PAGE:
What’s on : Lectures

Mapping the Anthropocene impact on the biosphere

15 Oct 2019
Start time
7:30 PM
Tempest Anderson Hall
Professor Mark Williams, University of Leicester
Mapping the Anthropocene impact on the biosphere

Event Information

Mapping the Anthropocene impact on the biosphere

‘How people have totally changed the pattern of life on Earth’

Professor Mark Williams
School of Geography, Geology and the Environment, University of Leicester.

Most species on planet Earth have ecological ranges defined by factors such as latitudinal changes in surface temperature and rainfall, or geographical isolation. These patterns have evolved over millions, sometimes tens of millions of years. This natural pattern is being overprinted by the actions of Homo sapiens, which has made the whole Earth its ecological range. The human ancestral pattern of gradually increasing influence on the Earth can be traced in the stratigraphic record for nearly 3 million years, as a time transgressive pattern beginning in Africa, and gradually extending throughout the world by the late Pleistocene. However, in its later and more pervasive stages, particularly from the mid to late 20th century onwards, it provides intercontinental patterns of species distributions with clearly identifiable biostratigraphical signatures that may help to define an isochronous stratigraphical boundary for the Anthropocene. Moreover, these biostratigraphical patterns map a profoundly human-changed biosphere.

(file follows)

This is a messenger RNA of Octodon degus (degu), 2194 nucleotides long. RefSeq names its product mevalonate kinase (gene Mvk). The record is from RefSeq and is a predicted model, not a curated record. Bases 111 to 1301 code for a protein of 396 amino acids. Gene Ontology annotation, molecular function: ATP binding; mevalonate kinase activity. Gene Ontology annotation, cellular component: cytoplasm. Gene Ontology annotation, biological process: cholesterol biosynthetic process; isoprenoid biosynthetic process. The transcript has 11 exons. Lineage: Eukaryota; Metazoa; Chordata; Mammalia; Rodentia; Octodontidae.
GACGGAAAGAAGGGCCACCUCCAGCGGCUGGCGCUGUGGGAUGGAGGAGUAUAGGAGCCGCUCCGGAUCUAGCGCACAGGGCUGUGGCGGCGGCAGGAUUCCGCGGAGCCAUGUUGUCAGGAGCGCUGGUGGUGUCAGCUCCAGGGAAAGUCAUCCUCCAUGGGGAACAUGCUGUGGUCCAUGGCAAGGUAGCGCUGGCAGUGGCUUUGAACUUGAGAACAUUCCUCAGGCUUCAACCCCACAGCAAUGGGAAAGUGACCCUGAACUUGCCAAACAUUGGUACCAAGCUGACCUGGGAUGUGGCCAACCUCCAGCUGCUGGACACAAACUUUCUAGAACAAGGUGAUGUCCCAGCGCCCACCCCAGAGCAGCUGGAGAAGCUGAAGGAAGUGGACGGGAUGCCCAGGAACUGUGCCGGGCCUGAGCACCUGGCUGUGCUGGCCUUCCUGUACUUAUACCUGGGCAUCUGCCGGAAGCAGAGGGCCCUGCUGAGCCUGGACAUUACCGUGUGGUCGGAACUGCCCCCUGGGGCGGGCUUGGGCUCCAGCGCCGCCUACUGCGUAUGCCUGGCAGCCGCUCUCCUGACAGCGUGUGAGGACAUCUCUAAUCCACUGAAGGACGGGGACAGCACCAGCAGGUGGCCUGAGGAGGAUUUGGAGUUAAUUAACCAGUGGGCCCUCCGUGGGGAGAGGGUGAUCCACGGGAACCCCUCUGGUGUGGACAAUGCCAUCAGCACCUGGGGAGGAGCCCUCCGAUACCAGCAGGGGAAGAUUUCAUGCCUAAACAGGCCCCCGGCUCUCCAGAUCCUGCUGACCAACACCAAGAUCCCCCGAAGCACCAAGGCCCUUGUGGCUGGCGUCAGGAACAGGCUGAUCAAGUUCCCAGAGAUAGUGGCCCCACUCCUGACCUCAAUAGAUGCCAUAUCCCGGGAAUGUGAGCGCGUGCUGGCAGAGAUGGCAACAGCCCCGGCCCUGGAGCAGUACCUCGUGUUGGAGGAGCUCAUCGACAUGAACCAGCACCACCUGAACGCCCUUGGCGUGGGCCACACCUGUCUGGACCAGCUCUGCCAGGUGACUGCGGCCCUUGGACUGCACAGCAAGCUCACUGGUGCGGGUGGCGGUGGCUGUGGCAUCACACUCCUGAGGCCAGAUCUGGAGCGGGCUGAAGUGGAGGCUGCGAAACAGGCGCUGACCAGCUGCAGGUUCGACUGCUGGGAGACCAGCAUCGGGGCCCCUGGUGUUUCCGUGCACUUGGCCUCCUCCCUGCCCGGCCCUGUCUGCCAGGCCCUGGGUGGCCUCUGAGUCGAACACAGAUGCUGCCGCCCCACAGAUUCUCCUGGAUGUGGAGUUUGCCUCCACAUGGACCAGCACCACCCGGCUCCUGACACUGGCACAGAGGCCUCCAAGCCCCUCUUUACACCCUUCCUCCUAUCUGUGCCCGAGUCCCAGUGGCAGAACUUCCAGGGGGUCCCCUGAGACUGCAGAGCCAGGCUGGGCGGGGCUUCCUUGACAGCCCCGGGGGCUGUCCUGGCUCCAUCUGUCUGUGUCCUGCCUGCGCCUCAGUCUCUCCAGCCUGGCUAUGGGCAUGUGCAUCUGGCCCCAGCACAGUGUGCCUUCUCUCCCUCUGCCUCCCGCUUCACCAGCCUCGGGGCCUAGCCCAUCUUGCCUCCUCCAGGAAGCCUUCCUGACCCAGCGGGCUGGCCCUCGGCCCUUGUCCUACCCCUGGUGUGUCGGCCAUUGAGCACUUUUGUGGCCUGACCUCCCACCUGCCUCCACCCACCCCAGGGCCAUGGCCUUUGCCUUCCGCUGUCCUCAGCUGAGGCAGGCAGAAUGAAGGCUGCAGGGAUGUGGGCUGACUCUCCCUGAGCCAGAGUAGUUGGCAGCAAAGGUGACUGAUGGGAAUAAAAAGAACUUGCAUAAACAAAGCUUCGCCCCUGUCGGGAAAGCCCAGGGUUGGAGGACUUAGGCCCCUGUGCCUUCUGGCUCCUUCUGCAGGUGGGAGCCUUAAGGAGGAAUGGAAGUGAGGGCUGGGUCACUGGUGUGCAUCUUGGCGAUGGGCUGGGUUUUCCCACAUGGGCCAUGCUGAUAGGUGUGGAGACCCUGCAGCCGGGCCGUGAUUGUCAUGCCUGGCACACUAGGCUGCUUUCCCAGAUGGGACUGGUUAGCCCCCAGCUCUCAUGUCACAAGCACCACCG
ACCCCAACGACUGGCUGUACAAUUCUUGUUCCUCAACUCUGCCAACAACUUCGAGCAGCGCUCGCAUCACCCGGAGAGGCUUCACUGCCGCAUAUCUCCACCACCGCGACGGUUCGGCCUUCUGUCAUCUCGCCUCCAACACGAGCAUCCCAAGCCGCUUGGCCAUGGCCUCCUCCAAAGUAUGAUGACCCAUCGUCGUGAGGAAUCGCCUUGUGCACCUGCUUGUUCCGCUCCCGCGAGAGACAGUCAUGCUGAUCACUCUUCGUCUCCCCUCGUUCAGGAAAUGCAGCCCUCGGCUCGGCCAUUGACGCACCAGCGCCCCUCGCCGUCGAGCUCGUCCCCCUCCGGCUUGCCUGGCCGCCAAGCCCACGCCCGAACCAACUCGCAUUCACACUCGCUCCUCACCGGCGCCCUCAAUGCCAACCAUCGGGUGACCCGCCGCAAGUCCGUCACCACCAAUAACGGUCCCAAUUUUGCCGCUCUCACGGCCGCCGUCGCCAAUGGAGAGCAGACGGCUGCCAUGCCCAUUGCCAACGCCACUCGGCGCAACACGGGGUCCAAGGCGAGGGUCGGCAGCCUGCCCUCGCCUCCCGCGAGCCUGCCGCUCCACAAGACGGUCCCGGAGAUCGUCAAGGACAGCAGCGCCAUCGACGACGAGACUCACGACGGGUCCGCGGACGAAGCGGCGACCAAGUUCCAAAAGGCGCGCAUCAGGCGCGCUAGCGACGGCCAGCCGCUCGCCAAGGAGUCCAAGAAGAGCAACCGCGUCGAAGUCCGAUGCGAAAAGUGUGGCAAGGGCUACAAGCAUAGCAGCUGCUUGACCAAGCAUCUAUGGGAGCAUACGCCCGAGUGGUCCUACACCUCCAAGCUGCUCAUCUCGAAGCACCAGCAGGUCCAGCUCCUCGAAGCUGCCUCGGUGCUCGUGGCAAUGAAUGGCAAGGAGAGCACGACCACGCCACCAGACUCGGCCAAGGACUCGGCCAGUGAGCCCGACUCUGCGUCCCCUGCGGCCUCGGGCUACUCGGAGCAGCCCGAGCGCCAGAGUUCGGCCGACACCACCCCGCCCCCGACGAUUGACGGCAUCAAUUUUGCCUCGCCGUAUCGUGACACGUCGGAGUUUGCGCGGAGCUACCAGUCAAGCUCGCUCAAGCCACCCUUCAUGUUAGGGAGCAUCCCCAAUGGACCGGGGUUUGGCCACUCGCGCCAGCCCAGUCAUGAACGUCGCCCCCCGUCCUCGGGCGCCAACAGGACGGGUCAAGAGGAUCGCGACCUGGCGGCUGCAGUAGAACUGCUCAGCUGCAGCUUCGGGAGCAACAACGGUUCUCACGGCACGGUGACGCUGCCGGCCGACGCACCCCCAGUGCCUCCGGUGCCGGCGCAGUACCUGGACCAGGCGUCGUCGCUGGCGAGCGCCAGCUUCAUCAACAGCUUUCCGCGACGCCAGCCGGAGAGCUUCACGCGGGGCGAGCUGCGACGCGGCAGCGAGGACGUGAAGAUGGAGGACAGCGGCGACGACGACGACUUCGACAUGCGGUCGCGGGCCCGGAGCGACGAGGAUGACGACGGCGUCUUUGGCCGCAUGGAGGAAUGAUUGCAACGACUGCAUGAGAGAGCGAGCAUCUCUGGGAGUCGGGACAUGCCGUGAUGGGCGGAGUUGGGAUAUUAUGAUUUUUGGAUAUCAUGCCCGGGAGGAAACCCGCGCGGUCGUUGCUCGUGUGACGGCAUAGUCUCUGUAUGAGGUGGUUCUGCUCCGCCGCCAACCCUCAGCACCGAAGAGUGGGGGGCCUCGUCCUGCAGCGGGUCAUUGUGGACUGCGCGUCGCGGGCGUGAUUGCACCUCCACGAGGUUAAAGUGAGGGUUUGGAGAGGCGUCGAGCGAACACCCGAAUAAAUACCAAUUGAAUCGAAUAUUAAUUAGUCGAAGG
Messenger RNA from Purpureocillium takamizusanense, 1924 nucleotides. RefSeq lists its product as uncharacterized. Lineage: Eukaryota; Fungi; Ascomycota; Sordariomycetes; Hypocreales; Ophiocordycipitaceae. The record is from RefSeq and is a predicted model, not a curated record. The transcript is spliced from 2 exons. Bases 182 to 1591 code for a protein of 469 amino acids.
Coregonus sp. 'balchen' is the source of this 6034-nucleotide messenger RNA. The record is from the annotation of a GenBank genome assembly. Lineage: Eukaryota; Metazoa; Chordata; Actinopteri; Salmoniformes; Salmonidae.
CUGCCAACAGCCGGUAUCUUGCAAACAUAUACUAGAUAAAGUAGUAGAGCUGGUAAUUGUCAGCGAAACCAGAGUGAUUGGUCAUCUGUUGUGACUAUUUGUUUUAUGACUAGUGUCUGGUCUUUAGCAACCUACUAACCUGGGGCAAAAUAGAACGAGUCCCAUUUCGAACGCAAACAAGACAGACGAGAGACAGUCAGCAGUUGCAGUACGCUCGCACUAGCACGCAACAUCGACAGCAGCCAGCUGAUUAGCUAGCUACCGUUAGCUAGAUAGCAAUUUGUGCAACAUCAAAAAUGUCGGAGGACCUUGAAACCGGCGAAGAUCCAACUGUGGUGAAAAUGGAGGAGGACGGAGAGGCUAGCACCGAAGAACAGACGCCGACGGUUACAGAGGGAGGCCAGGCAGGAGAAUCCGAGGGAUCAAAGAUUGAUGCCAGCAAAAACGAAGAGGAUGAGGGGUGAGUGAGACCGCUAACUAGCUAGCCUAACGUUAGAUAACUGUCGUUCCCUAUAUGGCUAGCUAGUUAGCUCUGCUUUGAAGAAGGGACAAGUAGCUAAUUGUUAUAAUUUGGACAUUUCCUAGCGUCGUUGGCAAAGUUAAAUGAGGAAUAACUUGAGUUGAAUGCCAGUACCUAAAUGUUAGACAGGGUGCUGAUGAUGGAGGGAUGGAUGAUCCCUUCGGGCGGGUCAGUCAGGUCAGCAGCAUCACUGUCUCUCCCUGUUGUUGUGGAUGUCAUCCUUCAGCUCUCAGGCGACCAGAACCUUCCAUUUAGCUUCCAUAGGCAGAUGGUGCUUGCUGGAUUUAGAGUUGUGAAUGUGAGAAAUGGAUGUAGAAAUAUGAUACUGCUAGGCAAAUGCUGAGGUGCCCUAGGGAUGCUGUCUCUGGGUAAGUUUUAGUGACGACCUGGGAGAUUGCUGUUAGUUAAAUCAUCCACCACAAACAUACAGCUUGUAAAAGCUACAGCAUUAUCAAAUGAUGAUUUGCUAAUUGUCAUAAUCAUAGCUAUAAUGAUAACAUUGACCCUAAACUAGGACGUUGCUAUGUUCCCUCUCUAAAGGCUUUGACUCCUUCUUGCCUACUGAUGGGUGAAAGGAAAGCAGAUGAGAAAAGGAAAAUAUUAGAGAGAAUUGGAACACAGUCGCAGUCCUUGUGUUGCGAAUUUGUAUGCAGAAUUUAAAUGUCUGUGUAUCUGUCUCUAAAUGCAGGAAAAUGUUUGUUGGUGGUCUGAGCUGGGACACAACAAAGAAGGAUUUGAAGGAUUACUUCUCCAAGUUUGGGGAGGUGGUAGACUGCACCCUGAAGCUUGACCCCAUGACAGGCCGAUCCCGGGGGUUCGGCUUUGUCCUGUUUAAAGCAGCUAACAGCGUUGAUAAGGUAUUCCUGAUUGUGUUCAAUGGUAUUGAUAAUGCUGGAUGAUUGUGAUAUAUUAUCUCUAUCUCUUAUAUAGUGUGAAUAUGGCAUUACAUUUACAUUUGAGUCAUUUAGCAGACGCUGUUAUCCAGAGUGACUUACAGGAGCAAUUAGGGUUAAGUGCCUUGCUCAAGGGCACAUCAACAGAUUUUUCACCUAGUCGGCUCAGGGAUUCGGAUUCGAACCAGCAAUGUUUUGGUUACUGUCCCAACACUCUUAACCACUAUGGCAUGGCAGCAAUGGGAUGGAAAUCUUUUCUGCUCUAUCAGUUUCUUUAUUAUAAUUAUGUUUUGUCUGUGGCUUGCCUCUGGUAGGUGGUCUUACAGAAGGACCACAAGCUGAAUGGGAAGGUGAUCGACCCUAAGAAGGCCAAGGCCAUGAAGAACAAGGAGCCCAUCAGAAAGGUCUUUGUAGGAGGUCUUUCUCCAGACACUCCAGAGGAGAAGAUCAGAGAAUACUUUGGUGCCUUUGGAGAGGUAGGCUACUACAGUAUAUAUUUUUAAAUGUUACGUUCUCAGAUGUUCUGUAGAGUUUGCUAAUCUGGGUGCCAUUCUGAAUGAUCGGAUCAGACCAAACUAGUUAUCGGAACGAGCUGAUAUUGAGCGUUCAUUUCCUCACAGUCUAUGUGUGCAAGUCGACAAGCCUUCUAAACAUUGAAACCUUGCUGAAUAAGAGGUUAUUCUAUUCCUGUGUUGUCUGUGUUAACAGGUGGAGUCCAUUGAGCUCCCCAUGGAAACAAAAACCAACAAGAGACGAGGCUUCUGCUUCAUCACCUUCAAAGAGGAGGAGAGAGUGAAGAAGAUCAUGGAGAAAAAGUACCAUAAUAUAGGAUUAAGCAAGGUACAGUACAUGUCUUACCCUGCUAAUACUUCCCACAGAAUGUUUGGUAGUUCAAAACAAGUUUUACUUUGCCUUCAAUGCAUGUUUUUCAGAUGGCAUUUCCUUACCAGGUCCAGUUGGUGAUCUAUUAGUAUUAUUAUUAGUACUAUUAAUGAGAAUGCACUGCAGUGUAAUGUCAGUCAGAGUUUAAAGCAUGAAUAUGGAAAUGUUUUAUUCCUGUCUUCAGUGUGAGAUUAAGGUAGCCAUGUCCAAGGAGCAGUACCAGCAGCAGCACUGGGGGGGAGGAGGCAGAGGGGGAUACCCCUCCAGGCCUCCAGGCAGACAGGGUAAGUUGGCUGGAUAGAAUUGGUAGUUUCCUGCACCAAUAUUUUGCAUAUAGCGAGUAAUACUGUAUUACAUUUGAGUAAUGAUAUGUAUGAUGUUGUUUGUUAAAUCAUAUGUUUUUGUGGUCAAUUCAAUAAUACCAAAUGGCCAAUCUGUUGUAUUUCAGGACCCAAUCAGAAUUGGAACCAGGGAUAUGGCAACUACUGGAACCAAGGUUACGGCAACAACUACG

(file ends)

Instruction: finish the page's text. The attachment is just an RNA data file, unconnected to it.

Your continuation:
Nuffield Partnership Award students will present their research on posters in the Atrium of the Museum at 6.15pm – further details to follow.

Poster image of Alexander Von Humboldt and Aimé Boupland in South America formulating key ideas about the biosphere.

Member’s report

Earth’s history can be traced in the geological record from its beginnings. The present Cenozoic Era (meaning new life) began 65.5 million years ago (mya) after the mass extinction caused by an asteroid impact. Predation by humans since their first appearance 2.8mya has caused an ongoing extinction of fellow creatures. The most recent epoch, the Holocene, also called the Anthropocene, began at the end of the Ice Age, some 11,700 years ago. Since then, humans have caused a mass extinction of megafauna. We outnumber every other hominid species (97% of the total) and continue to deplete Earth’s resources and its biodiversity.

Humans have also modified 95% of ice-free land, the results of which will remain for ever. The Anthropocene rock record will contain evidence of roads and buildings – and reflect the change from regional materials to globally traded concrete and steel; technofossils will show our habit of boring through rocks to enable mass-transportation in tunnels under our megacities. Tools will be most evident (from flints, to bronze, iron, and plastic), and the effects of agriculture on wild plant and animal life. It will show our cities sinking because of water extraction; and it will show our use of radioisotopes since the 1950s.

Is this parasitic relationship with Earth sustainable? Only if we alter our behaviour.

Carole Smith